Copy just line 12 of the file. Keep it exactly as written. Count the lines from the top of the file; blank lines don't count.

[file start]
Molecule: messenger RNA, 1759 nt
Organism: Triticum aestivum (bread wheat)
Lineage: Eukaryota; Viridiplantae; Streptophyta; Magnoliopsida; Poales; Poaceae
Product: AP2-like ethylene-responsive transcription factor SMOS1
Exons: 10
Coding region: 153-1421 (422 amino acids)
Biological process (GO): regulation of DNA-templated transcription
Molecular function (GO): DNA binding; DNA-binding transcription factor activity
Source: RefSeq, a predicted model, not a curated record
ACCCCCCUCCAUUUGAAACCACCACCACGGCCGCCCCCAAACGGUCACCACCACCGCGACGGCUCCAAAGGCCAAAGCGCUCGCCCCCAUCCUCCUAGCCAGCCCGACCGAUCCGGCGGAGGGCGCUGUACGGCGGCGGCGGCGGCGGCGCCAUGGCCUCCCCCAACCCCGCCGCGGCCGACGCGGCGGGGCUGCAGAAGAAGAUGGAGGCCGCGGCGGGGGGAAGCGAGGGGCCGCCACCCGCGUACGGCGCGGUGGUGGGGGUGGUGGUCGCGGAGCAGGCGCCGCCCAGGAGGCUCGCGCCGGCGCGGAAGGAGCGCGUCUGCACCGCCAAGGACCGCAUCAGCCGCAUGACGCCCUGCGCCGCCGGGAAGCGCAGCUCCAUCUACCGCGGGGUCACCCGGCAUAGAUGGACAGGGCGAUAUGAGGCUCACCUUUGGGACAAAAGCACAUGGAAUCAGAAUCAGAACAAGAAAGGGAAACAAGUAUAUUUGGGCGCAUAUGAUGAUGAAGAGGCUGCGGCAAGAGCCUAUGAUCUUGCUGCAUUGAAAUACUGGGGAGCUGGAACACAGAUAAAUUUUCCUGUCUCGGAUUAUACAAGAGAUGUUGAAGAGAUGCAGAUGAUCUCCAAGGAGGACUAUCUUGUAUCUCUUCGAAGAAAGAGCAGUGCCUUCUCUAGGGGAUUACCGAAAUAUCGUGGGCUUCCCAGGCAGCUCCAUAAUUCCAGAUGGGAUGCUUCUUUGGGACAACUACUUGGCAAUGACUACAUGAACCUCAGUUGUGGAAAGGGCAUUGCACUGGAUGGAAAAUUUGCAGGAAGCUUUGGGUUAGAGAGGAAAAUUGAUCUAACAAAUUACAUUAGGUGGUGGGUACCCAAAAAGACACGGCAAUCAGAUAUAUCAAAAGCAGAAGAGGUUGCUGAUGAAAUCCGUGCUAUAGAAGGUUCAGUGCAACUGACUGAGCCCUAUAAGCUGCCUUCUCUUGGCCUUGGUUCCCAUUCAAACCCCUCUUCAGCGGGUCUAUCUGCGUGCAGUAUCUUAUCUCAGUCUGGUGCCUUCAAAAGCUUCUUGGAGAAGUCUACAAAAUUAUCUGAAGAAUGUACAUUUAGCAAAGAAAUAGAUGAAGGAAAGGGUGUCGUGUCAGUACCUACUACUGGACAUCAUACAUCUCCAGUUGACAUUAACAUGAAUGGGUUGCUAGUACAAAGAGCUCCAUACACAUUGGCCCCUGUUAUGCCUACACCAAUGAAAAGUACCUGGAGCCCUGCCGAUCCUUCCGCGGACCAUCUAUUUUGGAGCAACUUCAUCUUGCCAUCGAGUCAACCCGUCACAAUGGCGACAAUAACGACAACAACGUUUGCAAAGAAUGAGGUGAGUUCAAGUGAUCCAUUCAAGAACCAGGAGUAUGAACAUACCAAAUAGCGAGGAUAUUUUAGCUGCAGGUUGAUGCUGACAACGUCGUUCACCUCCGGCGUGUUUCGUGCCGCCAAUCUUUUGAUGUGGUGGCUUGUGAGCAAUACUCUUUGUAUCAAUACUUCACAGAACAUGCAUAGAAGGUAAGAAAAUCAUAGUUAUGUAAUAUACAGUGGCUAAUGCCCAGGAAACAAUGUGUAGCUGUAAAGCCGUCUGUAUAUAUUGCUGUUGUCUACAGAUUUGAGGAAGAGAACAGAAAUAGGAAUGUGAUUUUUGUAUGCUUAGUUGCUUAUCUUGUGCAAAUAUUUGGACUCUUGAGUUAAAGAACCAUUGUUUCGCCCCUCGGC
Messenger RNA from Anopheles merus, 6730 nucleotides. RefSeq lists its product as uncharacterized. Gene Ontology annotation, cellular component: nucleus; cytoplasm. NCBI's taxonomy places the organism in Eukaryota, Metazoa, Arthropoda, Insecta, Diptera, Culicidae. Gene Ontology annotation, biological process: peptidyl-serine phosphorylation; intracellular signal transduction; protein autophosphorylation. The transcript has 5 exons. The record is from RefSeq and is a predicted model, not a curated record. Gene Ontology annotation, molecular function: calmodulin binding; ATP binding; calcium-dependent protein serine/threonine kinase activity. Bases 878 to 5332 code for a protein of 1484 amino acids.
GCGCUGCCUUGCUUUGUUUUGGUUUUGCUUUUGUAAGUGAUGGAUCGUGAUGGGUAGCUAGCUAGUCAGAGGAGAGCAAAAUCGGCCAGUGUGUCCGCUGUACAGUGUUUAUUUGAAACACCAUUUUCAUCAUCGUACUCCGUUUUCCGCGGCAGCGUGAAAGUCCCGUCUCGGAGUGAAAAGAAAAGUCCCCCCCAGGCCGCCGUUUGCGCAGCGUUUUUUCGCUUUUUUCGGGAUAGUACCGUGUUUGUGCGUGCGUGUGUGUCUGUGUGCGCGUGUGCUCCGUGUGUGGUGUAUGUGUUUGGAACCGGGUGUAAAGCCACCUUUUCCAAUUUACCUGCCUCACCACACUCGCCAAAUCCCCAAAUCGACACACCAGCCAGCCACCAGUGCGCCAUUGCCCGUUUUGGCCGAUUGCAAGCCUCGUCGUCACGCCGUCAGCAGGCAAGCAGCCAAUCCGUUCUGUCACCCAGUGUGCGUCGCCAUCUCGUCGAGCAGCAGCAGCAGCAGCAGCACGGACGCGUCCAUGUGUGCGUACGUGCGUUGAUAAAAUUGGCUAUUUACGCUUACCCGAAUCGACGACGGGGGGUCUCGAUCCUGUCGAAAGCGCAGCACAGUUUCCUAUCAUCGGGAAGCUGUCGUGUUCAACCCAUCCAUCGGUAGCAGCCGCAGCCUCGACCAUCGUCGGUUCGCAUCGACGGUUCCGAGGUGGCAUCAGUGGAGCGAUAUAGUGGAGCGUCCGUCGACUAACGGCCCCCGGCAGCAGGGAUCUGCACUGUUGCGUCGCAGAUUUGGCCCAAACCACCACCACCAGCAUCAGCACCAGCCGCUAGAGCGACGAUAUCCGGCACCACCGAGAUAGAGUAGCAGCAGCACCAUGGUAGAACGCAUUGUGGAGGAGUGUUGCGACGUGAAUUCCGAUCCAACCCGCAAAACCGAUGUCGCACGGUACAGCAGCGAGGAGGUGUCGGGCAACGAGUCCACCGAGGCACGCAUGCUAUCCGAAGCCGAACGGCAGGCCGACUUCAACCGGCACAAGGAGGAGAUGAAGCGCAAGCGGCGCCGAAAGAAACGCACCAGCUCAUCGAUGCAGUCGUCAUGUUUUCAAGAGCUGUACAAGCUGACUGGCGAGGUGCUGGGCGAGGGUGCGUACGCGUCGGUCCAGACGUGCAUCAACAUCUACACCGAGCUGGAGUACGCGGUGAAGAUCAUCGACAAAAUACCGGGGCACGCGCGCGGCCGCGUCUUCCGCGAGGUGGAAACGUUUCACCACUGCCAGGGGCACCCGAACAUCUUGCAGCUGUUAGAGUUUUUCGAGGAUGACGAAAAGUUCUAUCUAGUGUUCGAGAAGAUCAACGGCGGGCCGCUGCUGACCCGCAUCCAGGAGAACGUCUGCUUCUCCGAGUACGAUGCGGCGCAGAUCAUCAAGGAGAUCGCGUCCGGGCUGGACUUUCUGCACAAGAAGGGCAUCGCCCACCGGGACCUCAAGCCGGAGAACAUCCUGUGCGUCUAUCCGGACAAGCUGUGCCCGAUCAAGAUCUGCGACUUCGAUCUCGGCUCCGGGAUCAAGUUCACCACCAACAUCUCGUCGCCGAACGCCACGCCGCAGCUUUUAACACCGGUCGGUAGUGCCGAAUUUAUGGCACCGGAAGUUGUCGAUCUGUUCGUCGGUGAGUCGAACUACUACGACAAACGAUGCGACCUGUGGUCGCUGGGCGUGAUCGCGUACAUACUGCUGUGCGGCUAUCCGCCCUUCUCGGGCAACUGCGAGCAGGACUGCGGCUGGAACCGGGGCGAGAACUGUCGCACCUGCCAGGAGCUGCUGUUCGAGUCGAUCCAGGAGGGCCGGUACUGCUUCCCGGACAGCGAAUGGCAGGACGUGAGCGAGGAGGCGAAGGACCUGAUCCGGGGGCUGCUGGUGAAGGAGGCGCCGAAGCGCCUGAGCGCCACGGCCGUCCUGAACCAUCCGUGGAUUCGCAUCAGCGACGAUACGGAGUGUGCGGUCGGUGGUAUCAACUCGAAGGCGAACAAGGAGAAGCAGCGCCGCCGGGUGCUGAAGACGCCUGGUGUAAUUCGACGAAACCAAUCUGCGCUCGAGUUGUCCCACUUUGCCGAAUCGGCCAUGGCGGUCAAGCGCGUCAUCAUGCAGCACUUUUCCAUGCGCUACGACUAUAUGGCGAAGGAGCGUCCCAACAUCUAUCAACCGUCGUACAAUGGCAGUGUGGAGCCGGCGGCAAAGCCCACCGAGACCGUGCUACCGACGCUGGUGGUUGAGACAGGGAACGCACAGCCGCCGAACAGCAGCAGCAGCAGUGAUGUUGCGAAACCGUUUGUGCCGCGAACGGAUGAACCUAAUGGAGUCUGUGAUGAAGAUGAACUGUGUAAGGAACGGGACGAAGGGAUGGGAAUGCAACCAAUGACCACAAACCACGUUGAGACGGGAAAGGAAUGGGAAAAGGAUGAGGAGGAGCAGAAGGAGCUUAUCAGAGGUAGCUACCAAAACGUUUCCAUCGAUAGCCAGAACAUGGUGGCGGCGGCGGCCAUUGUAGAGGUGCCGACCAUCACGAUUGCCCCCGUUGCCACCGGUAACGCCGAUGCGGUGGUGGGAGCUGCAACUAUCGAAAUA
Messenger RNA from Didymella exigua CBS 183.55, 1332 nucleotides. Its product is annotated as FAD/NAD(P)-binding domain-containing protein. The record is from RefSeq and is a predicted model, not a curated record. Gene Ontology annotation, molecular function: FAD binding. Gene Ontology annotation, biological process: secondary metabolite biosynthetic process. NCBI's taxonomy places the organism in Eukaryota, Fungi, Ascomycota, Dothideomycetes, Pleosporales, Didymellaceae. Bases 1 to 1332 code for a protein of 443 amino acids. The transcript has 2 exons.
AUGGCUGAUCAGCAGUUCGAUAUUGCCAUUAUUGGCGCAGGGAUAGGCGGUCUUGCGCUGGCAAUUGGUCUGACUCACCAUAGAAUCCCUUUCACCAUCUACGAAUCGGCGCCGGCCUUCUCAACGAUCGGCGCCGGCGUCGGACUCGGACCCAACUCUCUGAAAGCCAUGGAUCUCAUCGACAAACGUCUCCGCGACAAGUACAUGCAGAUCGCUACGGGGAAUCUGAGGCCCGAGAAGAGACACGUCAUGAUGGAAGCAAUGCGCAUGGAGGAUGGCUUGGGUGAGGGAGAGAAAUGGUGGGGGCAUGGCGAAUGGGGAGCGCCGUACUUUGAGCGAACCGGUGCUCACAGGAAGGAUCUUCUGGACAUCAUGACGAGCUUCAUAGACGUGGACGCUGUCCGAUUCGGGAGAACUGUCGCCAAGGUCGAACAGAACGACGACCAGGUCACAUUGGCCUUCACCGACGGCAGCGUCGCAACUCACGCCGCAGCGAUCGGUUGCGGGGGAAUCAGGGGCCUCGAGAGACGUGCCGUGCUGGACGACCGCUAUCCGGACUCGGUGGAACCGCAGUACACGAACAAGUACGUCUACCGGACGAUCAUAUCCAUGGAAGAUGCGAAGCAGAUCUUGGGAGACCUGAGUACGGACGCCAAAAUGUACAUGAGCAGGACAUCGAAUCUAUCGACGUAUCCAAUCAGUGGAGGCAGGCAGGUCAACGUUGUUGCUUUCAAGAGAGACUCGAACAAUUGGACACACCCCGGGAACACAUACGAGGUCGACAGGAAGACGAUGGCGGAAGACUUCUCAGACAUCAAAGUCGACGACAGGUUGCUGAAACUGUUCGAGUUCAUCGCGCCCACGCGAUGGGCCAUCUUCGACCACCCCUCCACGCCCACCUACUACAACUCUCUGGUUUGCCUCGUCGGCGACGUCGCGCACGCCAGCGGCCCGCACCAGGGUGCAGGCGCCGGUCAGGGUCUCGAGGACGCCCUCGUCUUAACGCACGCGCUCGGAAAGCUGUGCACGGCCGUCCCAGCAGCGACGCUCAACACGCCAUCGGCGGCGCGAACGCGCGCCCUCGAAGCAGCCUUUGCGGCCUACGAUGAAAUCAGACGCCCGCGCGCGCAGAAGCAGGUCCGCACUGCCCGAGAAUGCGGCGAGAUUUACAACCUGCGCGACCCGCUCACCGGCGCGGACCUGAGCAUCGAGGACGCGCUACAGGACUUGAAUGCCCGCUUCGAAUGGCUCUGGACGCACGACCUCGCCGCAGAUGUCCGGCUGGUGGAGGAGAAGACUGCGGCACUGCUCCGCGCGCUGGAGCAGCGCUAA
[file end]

GCGCUGCCUUGCUUUGUUUUGGUUUUGCUUUUGUAAGUGAUGGAUCGUGAUGGGUAGCUAGCUAGUCAGAGGAGAGCAAAAUCGGCCAGUGUGUCCGCUGUACAGUGUUUAUUUGAAACACCAUUUUCAUCAUCGUACUCCGUUUUCCGCGGCAGCGUGAAAGUCCCGUCUCGGAGUGAAAAGAAAAGUCCCCCCCAGGCCGCCGUUUGCGCAGCGUUUUUUCGCUUUUUUCGGGAUAGUACCGUGUUUGUGCGUGCGUGUGUGUCUGUGUGCGCGUGUGCUCCGUGUGUGGUGUAUGUGUUUGGAACCGGGUGUAAAGCCACCUUUUCCAAUUUACCUGCCUCACCACACUCGCCAAAUCCCCAAAUCGACACACCAGCCAGCCACCAGUGCGCCAUUGCCCGUUUUGGCCGAUUGCAAGCCUCGUCGUCACGCCGUCAGCAGGCAAGCAGCCAAUCCGUUCUGUCACCCAGUGUGCGUCGCCAUCUCGUCGAGCAGCAGCAGCAGCAGCAGCACGGACGCGUCCAUGUGUGCGUACGUGCGUUGAUAAAAUUGGCUAUUUACGCUUACCCGAAUCGACGACGGGGGGUCUCGAUCCUGUCGAAAGCGCAGCACAGUUUCCUAUCAUCGGGAAGCUGUCGUGUUCAACCCAUCCAUCGGUAGCAGCCGCAGCCUCGACCAUCGUCGGUUCGCAUCGACGGUUCCGAGGUGGCAUCAGUGGAGCGAUAUAGUGGAGCGUCCGUCGACUAACGGCCCCCGGCAGCAGGGAUCUGCACUGUUGCGUCGCAGAUUUGGCCCAAACCACCACCACCAGCAUCAGCACCAGCCGCUAGAGCGACGAUAUCCGGCACCACCGAGAUAGAGUAGCAGCAGCACCAUGGUAGAACGCAUUGUGGAGGAGUGUUGCGACGUGAAUUCCGAUCCAACCCGCAAAACCGAUGUCGCACGGUACAGCAGCGAGGAGGUGUCGGGCAACGAGUCCACCGAGGCACGCAUGCUAUCCGAAGCCGAACGGCAGGCCGACUUCAACCGGCACAAGGAGGAGAUGAAGCGCAAGCGGCGCCGAAAGAAACGCACCAGCUCAUCGAUGCAGUCGUCAUGUUUUCAAGAGCUGUACAAGCUGACUGGCGAGGUGCUGGGCGAGGGUGCGUACGCGUCGGUCCAGACGUGCAUCAACAUCUACACCGAGCUGGAGUACGCGGUGAAGAUCAUCGACAAAAUACCGGGGCACGCGCGCGGCCGCGUCUUCCGCGAGGUGGAAACGUUUCACCACUGCCAGGGGCACCCGAACAUCUUGCAGCUGUUAGAGUUUUUCGAGGAUGACGAAAAGUUCUAUCUAGUGUUCGAGAAGAUCAACGGCGGGCCGCUGCUGACCCGCAUCCAGGAGAACGUCUGCUUCUCCGAGUACGAUGCGGCGCAGAUCAUCAAGGAGAUCGCGUCCGGGCUGGACUUUCUGCACAAGAAGGGCAUCGCCCACCGGGACCUCAAGCCGGAGAACAUCCUGUGCGUCUAUCCGGACAAGCUGUGCCCGAUCAAGAUCUGCGACUUCGAUCUCGGCUCCGGGAUCAAGUUCACCACCAACAUCUCGUCGCCGAACGCCACGCCGCAGCUUUUAACACCGGUCGGUAGUGCCGAAUUUAUGGCACCGGAAGUUGUCGAUCUGUUCGUCGGUGAGUCGAACUACUACGACAAACGAUGCGACCUGUGGUCGCUGGGCGUGAUCGCGUACAUACUGCUGUGCGGCUAUCCGCCCUUCUCGGGCAACUGCGAGCAGGACUGCGGCUGGAACCGGGGCGAGAACUGUCGCACCUGCCAGGAGCUGCUGUUCGAGUCGAUCCAGGAGGGCCGGUACUGCUUCCCGGACAGCGAAUGGCAGGACGUGAGCGAGGAGGCGAAGGACCUGAUCCGGGGGCUGCUGGUGAAGGAGGCGCCGAAGCGCCUGAGCGCCACGGCCGUCCUGAACCAUCCGUGGAUUCGCAUCAGCGACGAUACGGAGUGUGCGGUCGGUGGUAUCAACUCGAAGGCGAACAAGGAGAAGCAGCGCCGCCGGGUGCUGAAGACGCCUGGUGUAAUUCGACGAAACCAAUCUGCGCUCGAGUUGUCCCACUUUGCCGAAUCGGCCAUGGCGGUCAAGCGCGUCAUCAUGCAGCACUUUUCCAUGCGCUACGACUAUAUGGCGAAGGAGCGUCCCAACAUCUAUCAACCGUCGUACAAUGGCAGUGUGGAGCCGGCGGCAAAGCCCACCGAGACCGUGCUACCGACGCUGGUGGUUGAGACAGGGAACGCACAGCCGCCGAACAGCAGCAGCAGCAGUGAUGUUGCGAAACCGUUUGUGCCGCGAACGGAUGAACCUAAUGGAGUCUGUGAUGAAGAUGAACUGUGUAAGGAACGGGACGAAGGGAUGGGAAUGCAACCAAUGACCACAAACCACGUUGAGACGGGAAAGGAAUGGGAAAAGGAUGAGGAGGAGCAGAAGGAGCUUAUCAGAGGUAGCUACCAAAACGUUUCCAUCGAUAGCCAGAACAUGGUGGCGGCGGCGGCCAUUGUAGAGGUGCCGACCAUCACGAUUGCCCCCGUUGCCACCGGUAACGCCGAUGCGGUGGUGGGAGCUGCAACUAUCGAAAUA